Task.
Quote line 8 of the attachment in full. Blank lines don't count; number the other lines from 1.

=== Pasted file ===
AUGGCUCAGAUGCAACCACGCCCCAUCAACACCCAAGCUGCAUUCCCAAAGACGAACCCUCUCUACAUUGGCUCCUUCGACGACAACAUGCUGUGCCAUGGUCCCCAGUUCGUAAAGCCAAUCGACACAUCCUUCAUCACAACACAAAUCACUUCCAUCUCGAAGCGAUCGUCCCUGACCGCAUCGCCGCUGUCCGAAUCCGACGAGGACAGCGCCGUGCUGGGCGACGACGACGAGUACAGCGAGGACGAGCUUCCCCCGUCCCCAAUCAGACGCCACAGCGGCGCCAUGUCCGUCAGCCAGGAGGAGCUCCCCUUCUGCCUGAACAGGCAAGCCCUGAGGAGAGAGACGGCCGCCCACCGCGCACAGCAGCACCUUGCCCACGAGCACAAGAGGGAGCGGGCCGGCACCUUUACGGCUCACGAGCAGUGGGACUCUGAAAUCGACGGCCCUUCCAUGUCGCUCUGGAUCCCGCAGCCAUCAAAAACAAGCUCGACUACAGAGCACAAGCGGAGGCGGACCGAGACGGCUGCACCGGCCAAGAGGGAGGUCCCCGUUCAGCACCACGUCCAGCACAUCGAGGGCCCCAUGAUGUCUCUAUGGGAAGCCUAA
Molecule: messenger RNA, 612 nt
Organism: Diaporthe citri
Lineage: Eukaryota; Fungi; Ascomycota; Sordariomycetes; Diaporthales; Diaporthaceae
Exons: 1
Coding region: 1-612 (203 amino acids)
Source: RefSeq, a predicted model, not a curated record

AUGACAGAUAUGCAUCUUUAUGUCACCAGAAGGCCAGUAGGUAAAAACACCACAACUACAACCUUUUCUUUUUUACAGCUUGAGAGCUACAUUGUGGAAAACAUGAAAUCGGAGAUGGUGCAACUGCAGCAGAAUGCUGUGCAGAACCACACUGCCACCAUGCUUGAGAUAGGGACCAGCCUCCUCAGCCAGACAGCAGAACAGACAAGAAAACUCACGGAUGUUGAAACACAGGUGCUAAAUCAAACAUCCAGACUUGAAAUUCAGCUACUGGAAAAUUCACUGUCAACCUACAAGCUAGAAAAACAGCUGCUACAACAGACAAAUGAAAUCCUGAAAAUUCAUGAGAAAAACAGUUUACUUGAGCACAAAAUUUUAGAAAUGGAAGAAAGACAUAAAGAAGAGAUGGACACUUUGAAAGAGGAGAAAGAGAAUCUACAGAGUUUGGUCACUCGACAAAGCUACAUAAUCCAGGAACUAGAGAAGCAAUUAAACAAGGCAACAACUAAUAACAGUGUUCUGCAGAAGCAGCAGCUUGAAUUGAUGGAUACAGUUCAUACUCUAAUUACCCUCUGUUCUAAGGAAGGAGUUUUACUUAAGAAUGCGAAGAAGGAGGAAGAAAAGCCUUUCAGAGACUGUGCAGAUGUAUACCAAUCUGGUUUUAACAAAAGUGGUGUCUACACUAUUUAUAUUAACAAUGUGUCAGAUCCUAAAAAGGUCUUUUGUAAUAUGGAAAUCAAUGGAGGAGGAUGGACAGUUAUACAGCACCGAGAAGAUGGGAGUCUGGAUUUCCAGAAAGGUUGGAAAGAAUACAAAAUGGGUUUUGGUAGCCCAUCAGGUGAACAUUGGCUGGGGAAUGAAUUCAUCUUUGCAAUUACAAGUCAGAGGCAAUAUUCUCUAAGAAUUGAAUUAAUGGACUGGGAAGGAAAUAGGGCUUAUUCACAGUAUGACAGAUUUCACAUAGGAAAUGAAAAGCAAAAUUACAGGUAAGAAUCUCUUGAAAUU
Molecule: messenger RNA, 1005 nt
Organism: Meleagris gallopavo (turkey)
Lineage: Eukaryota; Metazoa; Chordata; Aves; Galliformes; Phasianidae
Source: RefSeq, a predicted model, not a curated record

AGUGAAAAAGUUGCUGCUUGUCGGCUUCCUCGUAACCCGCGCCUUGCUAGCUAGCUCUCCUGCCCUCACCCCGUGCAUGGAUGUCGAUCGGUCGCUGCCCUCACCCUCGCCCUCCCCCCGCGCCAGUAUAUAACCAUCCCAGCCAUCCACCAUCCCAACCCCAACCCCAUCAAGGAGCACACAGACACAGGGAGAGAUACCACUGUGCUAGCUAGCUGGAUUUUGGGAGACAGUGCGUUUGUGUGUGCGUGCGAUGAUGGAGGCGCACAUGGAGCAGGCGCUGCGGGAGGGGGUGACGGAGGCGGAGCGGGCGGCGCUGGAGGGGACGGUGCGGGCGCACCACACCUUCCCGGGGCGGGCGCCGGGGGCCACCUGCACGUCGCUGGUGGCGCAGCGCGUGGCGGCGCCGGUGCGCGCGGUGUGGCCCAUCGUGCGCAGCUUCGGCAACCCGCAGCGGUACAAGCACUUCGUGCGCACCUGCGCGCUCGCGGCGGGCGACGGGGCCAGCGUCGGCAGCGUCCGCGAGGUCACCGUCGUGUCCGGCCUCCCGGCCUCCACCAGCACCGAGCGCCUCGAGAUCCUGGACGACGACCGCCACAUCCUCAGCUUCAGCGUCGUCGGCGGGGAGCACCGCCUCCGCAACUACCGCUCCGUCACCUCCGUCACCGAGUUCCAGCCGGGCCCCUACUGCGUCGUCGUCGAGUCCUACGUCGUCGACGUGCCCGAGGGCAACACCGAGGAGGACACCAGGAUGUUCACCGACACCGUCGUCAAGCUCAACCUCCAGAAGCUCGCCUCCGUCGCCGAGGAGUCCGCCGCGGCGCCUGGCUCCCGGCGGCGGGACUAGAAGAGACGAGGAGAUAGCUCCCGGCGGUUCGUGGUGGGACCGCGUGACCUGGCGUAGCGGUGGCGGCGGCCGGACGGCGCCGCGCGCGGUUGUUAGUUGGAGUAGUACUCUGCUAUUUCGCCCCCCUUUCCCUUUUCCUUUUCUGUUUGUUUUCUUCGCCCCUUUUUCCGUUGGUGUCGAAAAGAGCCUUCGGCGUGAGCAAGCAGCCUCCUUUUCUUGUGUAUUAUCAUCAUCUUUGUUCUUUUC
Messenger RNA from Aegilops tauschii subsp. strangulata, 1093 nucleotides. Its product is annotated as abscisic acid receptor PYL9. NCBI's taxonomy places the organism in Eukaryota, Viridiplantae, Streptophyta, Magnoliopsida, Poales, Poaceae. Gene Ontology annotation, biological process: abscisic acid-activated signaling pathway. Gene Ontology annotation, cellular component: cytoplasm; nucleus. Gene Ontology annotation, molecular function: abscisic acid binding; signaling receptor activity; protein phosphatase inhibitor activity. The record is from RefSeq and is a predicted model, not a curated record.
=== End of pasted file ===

AUGACAGAUAUGCAUCUUUAUGUCACCAGAAGGCCAGUAGGUAAAAACACCACAACUACAACCUUUUCUUUUUUACAGCUUGAGAGCUACAUUGUGGAAAACAUGAAAUCGGAGAUGGUGCAACUGCAGCAGAAUGCUGUGCAGAACCACACUGCCACCAUGCUUGAGAUAGGGACCAGCCUCCUCAGCCAGACAGCAGAACAGACAAGAAAACUCACGGAUGUUGAAACACAGGUGCUAAAUCAAACAUCCAGACUUGAAAUUCAGCUACUGGAAAAUUCACUGUCAACCUACAAGCUAGAAAAACAGCUGCUACAACAGACAAAUGAAAUCCUGAAAAUUCAUGAGAAAAACAGUUUACUUGAGCACAAAAUUUUAGAAAUGGAAGAAAGACAUAAAGAAGAGAUGGACACUUUGAAAGAGGAGAAAGAGAAUCUACAGAGUUUGGUCACUCGACAAAGCUACAUAAUCCAGGAACUAGAGAAGCAAUUAAACAAGGCAACAACUAAUAACAGUGUUCUGCAGAAGCAGCAGCUUGAAUUGAUGGAUACAGUUCAUACUCUAAUUACCCUCUGUUCUAAGGAAGGAGUUUUACUUAAGAAUGCGAAGAAGGAGGAAGAAAAGCCUUUCAGAGACUGUGCAGAUGUAUACCAAUCUGGUUUUAACAAAAGUGGUGUCUACACUAUUUAUAUUAACAAUGUGUCAGAUCCUAAAAAGGUCUUUUGUAAUAUGGAAAUCAAUGGAGGAGGAUGGACAGUUAUACAGCACCGAGAAGAUGGGAGUCUGGAUUUCCAGAAAGGUUGGAAAGAAUACAAAAUGGGUUUUGGUAGCCCAUCAGGUGAACAUUGGCUGGGGAAUGAAUUCAUCUUUGCAAUUACAAGUCAGAGGCAAUAUUCUCUAAGAAUUGAAUUAAUGGACUGGGAAGGAAAUAGGGCUUAUUCACAGUAUGACAGAUUUCACAUAGGAAAUGAAAAGCAAAAUUACAGGUAAGAAUCUCUUGAAAUU